Which is the nerve-wracking part, still. He is likely to read this article and will notice the infelicities, the stray words, the unnecessary punctuation, the galumphing syntax, the desperate metaphors, and the sentences that wander into the woods. “They’re paying you by the comma?” McPhee might write in the margin after reading the foregoing sentence. My student work tended toward the self-conscious, the cute and the undisciplined, and McPhee sometimes would simply write, “Sober up.”

He favors simplicity in general, and believes a metaphor needs room to breathe. “Don’t slather one verbal flourish on top of another lest you smother them all,” he’d tell his students. On one of Amanda’s papers, he numbered the images, metaphors and similes from one to 11, and then declared, “They all work well, to a greater or lesser degree. In 1,300 words, however, there may be too many of them — as in a fruitcake that is mostly fruit.”

When Amanda produced a verbose, mushy description of the “Oval With Points” sculpture on campus, McPhee drew brackets around one passage and wrote, “Pea soup.”

That one was a famously difficult assignment: You had to describe a piece of abstract art on campus. It was an invitation to overwriting. As McPhee put it, “Most writers do a wild skid, leave the road, and plunge into the dirty river.” Novice writers believe they will improve a piece of writing by adding things to it; mature writers know they will improve it by taking things out.

Another standard McPhee assignment came on Day One of the class: Pair up and interview each other, then write a profile. It was an early test of our nonfiction writing skills and a clever way for McPhee to get to know his students at the beginning of the semester.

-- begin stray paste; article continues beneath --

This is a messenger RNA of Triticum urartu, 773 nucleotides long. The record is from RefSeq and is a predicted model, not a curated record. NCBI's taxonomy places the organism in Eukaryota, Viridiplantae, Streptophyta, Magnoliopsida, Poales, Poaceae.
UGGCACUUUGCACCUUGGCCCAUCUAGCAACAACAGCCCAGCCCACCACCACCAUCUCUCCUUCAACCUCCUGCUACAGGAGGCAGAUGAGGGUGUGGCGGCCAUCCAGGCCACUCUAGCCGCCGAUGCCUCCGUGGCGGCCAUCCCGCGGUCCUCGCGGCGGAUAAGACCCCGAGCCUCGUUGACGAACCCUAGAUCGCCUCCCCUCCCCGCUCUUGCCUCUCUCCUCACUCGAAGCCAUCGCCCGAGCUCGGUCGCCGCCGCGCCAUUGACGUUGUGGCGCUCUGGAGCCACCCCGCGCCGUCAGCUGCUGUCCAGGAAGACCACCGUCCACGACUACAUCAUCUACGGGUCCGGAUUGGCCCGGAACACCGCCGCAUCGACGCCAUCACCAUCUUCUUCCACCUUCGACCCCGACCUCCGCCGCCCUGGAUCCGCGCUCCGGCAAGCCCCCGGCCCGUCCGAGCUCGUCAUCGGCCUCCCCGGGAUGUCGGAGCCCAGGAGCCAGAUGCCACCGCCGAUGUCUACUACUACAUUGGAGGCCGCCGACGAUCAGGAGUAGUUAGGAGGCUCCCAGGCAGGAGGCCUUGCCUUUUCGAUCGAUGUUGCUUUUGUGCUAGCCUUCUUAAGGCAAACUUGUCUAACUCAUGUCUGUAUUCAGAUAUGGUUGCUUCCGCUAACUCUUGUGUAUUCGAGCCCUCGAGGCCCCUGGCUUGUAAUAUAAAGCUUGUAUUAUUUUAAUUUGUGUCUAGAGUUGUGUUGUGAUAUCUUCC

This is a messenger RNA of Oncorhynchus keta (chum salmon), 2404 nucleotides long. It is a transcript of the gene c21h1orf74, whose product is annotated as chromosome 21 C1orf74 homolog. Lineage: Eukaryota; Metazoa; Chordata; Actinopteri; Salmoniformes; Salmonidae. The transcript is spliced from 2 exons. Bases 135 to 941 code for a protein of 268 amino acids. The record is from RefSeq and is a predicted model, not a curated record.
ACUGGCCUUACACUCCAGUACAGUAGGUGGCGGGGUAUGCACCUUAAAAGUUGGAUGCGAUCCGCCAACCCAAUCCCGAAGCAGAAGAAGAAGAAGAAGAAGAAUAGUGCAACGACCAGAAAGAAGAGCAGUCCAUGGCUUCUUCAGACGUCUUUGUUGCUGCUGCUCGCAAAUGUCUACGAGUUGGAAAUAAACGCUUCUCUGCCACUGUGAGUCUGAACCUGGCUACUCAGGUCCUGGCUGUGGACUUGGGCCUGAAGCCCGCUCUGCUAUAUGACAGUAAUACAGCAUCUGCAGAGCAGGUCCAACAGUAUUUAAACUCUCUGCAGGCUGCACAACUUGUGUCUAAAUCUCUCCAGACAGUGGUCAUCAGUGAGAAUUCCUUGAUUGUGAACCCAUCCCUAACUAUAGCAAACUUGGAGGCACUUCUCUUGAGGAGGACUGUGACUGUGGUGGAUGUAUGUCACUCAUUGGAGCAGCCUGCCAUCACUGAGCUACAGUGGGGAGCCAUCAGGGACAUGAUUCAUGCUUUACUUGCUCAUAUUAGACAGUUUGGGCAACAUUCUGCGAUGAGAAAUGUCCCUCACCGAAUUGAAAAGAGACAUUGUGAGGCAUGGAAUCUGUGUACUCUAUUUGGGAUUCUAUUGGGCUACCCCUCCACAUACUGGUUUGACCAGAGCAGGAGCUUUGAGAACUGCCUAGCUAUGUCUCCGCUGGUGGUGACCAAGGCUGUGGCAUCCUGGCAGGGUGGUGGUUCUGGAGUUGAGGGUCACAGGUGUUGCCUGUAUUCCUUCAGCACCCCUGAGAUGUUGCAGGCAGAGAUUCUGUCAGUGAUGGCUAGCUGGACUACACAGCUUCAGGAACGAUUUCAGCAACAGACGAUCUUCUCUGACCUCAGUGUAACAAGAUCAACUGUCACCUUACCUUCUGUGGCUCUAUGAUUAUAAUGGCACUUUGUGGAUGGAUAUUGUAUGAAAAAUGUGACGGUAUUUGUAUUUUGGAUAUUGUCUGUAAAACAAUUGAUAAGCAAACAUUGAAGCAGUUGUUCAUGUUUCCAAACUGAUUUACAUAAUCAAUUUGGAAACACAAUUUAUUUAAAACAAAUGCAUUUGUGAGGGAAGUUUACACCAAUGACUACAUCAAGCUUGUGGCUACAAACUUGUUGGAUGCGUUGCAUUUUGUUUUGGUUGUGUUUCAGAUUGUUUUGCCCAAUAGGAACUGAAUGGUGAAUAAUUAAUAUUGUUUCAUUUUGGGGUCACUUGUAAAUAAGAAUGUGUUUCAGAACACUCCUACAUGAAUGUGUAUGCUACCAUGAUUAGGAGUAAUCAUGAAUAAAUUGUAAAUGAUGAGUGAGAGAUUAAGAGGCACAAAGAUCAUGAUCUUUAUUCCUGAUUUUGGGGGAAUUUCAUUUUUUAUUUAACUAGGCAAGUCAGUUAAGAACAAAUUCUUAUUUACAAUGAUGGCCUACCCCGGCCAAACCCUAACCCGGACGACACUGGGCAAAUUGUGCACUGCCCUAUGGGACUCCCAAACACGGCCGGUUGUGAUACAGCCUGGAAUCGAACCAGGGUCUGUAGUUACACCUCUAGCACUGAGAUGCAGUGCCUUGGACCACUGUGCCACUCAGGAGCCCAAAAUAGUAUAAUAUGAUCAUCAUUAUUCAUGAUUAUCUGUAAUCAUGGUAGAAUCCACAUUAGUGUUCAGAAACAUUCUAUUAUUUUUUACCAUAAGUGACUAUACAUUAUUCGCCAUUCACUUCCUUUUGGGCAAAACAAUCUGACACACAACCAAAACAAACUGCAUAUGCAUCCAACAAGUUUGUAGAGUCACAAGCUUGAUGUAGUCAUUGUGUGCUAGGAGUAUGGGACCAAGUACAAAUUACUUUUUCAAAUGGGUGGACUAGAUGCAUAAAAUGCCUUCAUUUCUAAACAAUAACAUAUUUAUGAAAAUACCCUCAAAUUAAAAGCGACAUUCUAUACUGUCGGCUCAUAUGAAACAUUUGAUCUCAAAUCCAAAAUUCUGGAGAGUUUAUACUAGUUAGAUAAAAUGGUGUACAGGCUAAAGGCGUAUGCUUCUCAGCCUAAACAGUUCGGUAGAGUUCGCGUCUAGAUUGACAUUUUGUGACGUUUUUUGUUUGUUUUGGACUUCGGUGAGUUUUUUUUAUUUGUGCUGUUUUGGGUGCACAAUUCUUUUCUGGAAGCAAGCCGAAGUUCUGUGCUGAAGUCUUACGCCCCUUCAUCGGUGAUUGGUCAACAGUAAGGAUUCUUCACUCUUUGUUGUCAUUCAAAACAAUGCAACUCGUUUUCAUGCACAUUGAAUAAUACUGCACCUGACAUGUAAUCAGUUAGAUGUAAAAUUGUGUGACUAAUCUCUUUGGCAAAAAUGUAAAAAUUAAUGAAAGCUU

McPhee’s dedication to his students was, and is, remarkable, given the other demands on his time. One never got the sense that he wished he could be off writing a magazine story for the New Yorker rather than annotating, and discussing face-to-face, a clumsy, ill-conceived, syntactically mangled piece of writing by a 20-year-old.

He met with each of his 16 students for half an hour every other week. Many of his students became professional writers, and he lined up their books on his office shelf, but McPhee never has suggested that the point of writing is to make money, or that the merit of your writing is determined by its market value. A great paragraph is a great paragraph wherever it resides, he’d say. It could be in your diary.

“I think he loves it when students run off and become field biologists in Africa or elementary school teachers,” Jenny Price ’85 tells me. She’s now a writer, artist and visiting Princeton professor.

McPhee taught us to revere language, to care about every word and to abjure the loose synonym. He told us that words have subtle and distinct meanings, textures, implications, intonations, flavors. (McPhee might say that “nuances” alone could have done the trick there.) Use a dictionary, he implored. He proselytized on behalf of the gigantic, unabridged Webster’s Second Edition, a tank of a dictionary that not only would give a definition, but also would explore the possible synonyms and describe how each is slightly different in meaning. If you treat these words interchangeably, it’s like taping together adjacent keys on a piano, he said.